As you know, April is National Minority Health Month, our opportunity to increase public awareness of the health disparities that unfortunately still impact ethnic and minority groups in the American population.
Because the theme this year is “Prevention is Power: Taking Action for Health Equity,” nurses are perfectly poised to take up the banner for highlighting the role of prevention in closing the health disparities gap.
After all, nurses naturally take on the responsibility for patient education. Sometimes, though, they’re hesitant to take that health message beyond patient rooms and expand its reach to the wider community. But it’s easy to do that and a wonderful way to increase the visibility of nurses as a critical part of the nation’s healthcare team. Here’s how.
Send in a letter to the editor of your state, city, or community newspaper, with a call to action for improving the health of our minority populations. You can do it under your own signature or that of a group of nurses if you belong to an association, for instance. Does that sound like a daunting task? It doesn’t have to be — if you keep these tips in mind.
*List a few talking points that you want to emphasize, with statistics that back up your points, perhaps centered on disparities that affect your racial or ethnic minority or that of your patients or co-workers. For instance:
“African American women are 34 percent more likely to die of breast cancer than White women.” (Source: Centers for Disease Control and Prevention, “REACH U.S. Finding Solutions to Health Disparities: At A Glance 2010,” National Center for Chronic Disease Prevention and Health.)
*Stick to just a few talking points so that you can keep the letter short – about 150-300 words – making it more easier for a publisher to slot in the paper.
*Or, respond to something covered in that newspaper about minority health disparities or prevention within the past 72 hours. Present a perspective that’s a bit different based on your own unique experience as a nurse.
*Be sure to end with your contact information, including your name, title, organization, address, and the phone number or email address where you can be most easily reached. (Editors with usually contact you to confirm this information before printing your letter.)
*In case your letter isn’t published, don’t give up — the paper may have been overwhelmed by reader letters on that topic or others. Try another angle — there are many ideas for you to consider at http://minorityhealth.hhs.gov.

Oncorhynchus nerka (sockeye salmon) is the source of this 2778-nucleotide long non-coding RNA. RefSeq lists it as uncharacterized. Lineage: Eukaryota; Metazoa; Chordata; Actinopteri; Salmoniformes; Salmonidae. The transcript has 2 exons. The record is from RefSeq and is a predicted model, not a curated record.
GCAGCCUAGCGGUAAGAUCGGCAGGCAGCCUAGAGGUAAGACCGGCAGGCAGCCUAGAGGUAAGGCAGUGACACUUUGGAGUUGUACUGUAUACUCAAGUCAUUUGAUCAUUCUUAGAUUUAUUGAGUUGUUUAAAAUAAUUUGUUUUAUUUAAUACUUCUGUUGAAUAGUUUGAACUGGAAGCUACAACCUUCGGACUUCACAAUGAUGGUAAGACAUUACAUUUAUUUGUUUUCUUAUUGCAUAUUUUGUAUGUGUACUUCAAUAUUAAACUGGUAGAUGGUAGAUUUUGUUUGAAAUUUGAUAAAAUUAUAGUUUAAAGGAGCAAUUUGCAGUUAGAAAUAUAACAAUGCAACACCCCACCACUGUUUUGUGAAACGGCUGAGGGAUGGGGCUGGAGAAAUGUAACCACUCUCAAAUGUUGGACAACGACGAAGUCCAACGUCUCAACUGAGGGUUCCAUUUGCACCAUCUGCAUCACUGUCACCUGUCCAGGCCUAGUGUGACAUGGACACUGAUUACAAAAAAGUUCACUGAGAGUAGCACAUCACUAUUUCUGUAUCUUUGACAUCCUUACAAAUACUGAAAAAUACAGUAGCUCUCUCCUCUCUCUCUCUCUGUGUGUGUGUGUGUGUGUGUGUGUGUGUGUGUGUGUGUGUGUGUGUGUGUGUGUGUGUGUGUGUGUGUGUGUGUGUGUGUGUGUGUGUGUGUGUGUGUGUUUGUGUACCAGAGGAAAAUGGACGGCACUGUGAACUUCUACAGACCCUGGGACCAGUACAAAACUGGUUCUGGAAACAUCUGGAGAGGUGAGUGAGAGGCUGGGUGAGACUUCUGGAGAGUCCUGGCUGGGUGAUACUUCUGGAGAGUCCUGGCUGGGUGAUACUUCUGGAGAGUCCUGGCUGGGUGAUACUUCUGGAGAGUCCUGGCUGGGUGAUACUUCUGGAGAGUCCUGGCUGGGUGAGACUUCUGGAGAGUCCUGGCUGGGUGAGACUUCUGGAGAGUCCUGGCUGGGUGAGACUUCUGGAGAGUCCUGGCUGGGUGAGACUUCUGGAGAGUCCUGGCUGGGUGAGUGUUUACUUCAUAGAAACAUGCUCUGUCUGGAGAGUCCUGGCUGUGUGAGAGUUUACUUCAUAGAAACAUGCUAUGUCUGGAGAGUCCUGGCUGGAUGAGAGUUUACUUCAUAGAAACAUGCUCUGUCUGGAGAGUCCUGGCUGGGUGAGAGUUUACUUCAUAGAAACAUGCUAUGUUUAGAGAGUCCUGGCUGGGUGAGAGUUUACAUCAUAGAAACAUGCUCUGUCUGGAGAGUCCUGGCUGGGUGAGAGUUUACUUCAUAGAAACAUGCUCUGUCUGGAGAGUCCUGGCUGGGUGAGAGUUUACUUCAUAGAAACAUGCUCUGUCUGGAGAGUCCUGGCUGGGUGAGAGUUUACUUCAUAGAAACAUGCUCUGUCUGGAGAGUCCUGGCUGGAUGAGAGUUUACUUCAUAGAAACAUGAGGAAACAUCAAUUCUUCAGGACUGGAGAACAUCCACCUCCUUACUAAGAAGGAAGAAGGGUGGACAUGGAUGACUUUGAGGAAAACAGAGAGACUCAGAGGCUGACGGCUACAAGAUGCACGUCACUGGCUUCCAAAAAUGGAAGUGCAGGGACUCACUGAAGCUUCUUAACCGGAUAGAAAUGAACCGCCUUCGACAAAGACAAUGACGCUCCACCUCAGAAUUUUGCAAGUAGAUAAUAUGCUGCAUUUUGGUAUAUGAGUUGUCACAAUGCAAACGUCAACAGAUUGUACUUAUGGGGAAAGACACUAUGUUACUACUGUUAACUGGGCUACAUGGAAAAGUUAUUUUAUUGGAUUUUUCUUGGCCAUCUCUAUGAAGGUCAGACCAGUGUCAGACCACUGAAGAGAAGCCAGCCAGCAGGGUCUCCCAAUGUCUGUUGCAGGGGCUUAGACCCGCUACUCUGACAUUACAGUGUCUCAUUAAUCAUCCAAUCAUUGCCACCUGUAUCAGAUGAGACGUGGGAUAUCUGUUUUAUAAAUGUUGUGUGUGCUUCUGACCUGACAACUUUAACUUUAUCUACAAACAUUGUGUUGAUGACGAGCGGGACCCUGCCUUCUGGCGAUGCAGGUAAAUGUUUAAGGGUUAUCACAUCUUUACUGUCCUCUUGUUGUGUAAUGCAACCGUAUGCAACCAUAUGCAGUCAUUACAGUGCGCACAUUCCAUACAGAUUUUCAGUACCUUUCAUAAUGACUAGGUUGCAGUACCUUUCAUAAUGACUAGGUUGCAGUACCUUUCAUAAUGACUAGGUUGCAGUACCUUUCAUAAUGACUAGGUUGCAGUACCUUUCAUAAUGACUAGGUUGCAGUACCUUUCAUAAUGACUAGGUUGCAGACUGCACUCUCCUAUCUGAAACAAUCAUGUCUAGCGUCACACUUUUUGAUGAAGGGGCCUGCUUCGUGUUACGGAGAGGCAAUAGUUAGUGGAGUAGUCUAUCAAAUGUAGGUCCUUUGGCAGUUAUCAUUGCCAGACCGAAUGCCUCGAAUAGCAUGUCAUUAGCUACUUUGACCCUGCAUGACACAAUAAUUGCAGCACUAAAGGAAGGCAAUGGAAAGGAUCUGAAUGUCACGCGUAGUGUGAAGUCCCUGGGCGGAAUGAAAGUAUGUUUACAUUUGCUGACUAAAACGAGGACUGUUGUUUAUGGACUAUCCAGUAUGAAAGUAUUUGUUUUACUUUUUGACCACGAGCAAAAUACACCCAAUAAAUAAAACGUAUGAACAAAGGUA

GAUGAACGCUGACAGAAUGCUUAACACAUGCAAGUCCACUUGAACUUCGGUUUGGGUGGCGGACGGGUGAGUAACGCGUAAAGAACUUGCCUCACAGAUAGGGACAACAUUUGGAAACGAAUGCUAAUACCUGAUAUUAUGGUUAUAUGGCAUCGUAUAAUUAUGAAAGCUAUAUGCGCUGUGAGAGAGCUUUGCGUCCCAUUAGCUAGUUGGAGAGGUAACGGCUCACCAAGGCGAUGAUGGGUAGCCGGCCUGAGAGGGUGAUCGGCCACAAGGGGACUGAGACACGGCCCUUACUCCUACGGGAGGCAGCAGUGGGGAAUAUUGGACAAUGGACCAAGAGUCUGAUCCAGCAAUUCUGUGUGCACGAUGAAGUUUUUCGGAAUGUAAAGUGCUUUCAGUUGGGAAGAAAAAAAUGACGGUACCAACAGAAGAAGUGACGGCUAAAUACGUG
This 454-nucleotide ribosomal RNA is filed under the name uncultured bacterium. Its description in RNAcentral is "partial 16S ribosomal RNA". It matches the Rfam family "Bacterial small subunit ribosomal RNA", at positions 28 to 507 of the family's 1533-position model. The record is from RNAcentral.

Not feeling too creative? Take the sample letter below and customize it to represent your own views.
The health disparities you highlight in [cite article and date of article you are responding to], carry a steep cost for this nation and dampen our productivity and the well-being of our friends and neighbors. Here in [insert city, state etc.] we contribute to that burden by having [add key reference data for your community e.g. some of highest rates of childhood obesity among Hispanic children; the lowest percentage of mothers seeking prenatal care across all racial and ethnic groups; and the highest rates of death from diabetes among African Americans].
We must confront this persistent problem and achieve better health for everyone in the United States. The federal government has made a commitment to end health disparities and its National Stakeholder Strategy for Achieving Health Equity provides us with a blueprint to help reduce health inequalities and build healthier communities across the nation. Elected officials, health providers, and community leaders and residents here in [name location] must take that blueprint and work together to set goals and identify solutions that will help racial and ethnic minorities and other underserved people in our [insert locality – state/city/county etc.] live longer and healthier lives.
Jebra Turner is a freelance health writer in Portland, Oregon, but you can visit her online at www.jebra.com.